By now you know the theme - US defense research agency Darpa wants an unmanned aircraft that can stay aloft for five years. In previous posts we've seen Aurora's three UAVs take off and join up to form one massive stratospheric pseudo-satellite. And we've seen Boeing's steroidal version of Qinetiq's Zephyr solar-electric UAV. Now it's Skunk Works' turn.
Photo: Lockheed Martin
Like the Aurora and Boeing concepts selected for study under Darpa's Vulture program, Lockheed's UAV is solar-powered. Like Boeing's, but unlike Aurora's, it is a single vehicle intended to stay aloft for the full five years. Notable design features include the tails, which rotate to collect the most sunlight. The "launch once" vehicle will also capture photovoltaic energy from the Earth's albedo, says Derek Bye, Lockheed's Vulture program manager.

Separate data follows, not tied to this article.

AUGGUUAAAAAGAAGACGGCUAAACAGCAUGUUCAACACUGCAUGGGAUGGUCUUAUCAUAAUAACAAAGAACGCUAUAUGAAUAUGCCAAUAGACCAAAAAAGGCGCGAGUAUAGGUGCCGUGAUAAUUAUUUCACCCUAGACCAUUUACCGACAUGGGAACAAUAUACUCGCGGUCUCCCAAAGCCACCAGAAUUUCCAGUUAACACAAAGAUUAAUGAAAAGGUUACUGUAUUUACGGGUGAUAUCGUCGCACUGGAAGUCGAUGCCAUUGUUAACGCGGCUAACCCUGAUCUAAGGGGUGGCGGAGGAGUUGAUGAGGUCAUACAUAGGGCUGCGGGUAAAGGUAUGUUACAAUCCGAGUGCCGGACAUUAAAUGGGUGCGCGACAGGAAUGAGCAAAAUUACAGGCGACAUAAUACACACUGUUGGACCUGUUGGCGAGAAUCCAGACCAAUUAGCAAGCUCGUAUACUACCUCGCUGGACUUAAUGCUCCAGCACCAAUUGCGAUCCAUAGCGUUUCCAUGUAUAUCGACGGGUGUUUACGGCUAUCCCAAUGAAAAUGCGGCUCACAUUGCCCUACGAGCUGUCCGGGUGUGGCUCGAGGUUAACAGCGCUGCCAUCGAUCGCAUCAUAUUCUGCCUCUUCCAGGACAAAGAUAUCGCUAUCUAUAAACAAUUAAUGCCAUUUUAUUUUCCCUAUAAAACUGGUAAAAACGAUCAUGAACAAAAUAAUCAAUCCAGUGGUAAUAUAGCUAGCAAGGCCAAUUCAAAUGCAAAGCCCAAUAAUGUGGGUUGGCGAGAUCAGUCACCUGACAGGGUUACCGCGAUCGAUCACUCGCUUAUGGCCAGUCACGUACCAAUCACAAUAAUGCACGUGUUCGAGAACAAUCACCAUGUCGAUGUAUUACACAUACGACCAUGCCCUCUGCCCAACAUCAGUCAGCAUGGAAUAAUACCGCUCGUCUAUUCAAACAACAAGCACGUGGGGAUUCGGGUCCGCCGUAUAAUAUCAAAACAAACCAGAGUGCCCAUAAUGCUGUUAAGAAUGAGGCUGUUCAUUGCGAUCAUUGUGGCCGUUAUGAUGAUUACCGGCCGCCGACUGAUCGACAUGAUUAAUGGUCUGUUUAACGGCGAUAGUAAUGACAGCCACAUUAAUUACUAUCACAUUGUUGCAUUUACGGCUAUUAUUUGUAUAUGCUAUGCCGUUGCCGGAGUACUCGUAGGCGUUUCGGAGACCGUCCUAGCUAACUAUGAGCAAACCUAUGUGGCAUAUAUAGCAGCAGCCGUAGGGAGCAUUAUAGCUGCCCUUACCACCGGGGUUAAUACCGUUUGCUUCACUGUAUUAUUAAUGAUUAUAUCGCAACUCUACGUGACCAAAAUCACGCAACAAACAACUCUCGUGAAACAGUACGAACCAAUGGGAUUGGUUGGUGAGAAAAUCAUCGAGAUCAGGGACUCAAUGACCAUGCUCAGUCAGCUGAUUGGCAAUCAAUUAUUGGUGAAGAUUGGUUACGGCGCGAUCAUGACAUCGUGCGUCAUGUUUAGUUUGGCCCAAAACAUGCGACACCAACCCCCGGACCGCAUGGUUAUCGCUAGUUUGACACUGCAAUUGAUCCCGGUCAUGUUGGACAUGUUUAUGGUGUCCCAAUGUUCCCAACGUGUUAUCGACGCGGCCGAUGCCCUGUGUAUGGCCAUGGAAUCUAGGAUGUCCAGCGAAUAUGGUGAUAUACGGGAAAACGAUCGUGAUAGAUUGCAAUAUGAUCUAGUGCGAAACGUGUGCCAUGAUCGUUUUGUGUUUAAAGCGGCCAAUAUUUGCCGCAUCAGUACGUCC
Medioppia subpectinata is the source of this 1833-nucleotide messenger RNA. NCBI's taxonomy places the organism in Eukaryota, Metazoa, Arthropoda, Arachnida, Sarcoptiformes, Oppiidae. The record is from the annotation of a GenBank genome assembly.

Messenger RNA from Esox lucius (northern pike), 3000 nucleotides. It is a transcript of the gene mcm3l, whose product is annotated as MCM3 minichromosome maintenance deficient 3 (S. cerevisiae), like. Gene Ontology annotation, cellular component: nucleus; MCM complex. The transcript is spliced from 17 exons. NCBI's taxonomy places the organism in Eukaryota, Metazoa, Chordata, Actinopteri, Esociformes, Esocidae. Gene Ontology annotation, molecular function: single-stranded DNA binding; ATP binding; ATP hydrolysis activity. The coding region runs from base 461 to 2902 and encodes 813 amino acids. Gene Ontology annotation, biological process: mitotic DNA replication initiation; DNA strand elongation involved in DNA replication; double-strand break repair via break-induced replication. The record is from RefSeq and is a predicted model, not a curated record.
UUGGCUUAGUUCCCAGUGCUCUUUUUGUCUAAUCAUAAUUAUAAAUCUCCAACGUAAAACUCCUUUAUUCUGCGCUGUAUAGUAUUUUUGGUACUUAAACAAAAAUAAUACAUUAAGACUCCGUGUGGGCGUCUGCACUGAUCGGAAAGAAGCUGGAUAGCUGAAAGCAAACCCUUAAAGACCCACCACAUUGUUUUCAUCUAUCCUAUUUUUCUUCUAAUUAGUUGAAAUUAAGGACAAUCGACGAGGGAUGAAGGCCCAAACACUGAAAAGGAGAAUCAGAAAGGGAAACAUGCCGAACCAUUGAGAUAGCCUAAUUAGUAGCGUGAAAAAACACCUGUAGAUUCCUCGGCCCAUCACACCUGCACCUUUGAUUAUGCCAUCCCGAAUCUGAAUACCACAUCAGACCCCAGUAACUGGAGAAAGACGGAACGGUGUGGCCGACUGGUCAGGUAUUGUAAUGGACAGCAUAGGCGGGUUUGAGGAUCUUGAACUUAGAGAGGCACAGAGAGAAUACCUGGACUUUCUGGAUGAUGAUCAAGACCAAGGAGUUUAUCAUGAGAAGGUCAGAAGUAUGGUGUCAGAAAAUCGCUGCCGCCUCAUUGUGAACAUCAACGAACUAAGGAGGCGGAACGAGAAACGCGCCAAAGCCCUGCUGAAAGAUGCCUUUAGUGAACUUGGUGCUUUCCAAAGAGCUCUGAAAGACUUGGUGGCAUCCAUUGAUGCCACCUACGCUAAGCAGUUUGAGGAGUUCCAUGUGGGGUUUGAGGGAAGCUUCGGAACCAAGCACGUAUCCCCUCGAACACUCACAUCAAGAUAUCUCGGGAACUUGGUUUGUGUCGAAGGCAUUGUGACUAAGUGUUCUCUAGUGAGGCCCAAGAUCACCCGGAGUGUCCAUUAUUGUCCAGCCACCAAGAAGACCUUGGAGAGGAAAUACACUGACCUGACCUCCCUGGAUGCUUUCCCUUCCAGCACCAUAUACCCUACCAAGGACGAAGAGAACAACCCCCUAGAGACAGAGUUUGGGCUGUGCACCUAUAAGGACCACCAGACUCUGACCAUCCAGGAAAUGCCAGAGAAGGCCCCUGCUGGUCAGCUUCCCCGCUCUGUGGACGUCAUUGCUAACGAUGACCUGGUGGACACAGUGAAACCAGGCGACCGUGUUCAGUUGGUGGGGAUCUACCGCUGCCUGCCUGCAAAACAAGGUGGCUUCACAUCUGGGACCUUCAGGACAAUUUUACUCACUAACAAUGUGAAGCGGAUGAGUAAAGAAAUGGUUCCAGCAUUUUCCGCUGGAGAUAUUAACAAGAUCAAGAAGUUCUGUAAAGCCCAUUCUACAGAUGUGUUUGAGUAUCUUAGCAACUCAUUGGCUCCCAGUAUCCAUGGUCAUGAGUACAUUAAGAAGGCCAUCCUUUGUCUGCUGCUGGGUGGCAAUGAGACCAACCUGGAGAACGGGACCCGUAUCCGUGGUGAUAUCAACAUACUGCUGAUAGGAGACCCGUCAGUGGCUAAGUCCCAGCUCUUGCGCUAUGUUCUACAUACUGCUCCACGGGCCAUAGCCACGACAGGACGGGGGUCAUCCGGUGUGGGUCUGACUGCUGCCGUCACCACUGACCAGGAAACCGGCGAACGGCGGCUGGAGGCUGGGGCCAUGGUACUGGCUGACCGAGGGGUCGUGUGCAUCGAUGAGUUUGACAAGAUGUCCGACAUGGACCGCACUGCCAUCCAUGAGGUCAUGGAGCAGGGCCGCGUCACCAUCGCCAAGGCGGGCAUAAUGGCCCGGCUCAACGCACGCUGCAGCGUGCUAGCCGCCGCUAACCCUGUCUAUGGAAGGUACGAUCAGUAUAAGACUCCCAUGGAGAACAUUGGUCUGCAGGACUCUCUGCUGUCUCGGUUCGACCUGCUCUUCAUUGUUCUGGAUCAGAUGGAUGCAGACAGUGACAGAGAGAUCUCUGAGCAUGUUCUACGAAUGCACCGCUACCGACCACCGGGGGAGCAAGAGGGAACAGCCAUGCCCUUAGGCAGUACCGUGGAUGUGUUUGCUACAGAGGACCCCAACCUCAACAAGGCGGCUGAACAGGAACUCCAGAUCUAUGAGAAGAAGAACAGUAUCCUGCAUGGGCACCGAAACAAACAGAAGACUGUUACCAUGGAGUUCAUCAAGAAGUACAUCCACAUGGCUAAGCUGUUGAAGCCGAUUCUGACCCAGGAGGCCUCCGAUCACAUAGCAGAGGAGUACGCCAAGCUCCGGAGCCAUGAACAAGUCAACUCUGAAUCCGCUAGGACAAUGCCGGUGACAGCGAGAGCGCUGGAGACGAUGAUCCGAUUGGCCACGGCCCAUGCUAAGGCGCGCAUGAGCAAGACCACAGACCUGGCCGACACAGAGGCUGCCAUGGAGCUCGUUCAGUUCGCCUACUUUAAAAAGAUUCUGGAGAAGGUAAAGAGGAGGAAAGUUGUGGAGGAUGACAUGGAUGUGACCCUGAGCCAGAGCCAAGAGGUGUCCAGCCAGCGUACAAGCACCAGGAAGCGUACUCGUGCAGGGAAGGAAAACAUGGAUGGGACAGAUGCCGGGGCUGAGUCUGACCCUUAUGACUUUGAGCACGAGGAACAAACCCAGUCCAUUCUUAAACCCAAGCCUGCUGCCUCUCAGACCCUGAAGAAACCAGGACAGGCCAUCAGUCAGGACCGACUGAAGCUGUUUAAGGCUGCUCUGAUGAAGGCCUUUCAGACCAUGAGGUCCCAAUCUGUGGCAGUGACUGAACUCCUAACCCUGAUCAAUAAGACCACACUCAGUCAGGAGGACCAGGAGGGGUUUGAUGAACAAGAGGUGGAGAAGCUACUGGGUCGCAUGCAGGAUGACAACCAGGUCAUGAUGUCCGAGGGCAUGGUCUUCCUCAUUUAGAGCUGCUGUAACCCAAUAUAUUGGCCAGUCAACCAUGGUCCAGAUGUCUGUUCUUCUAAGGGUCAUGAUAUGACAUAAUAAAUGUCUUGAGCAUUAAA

The gondolas distribute systems and payload weight along the 300ft-plus span and are connected by a lower strut that helps stabilise the lightweight, flexible structure. The engines are electric ring motors, which avoid the need for gearboxes by driving the propellers directly at a distance from the hub. Bye says the Skunk Works is drawing on the satellite experience of Lockheed Space Systems business to design the ultra-reliable vehicle.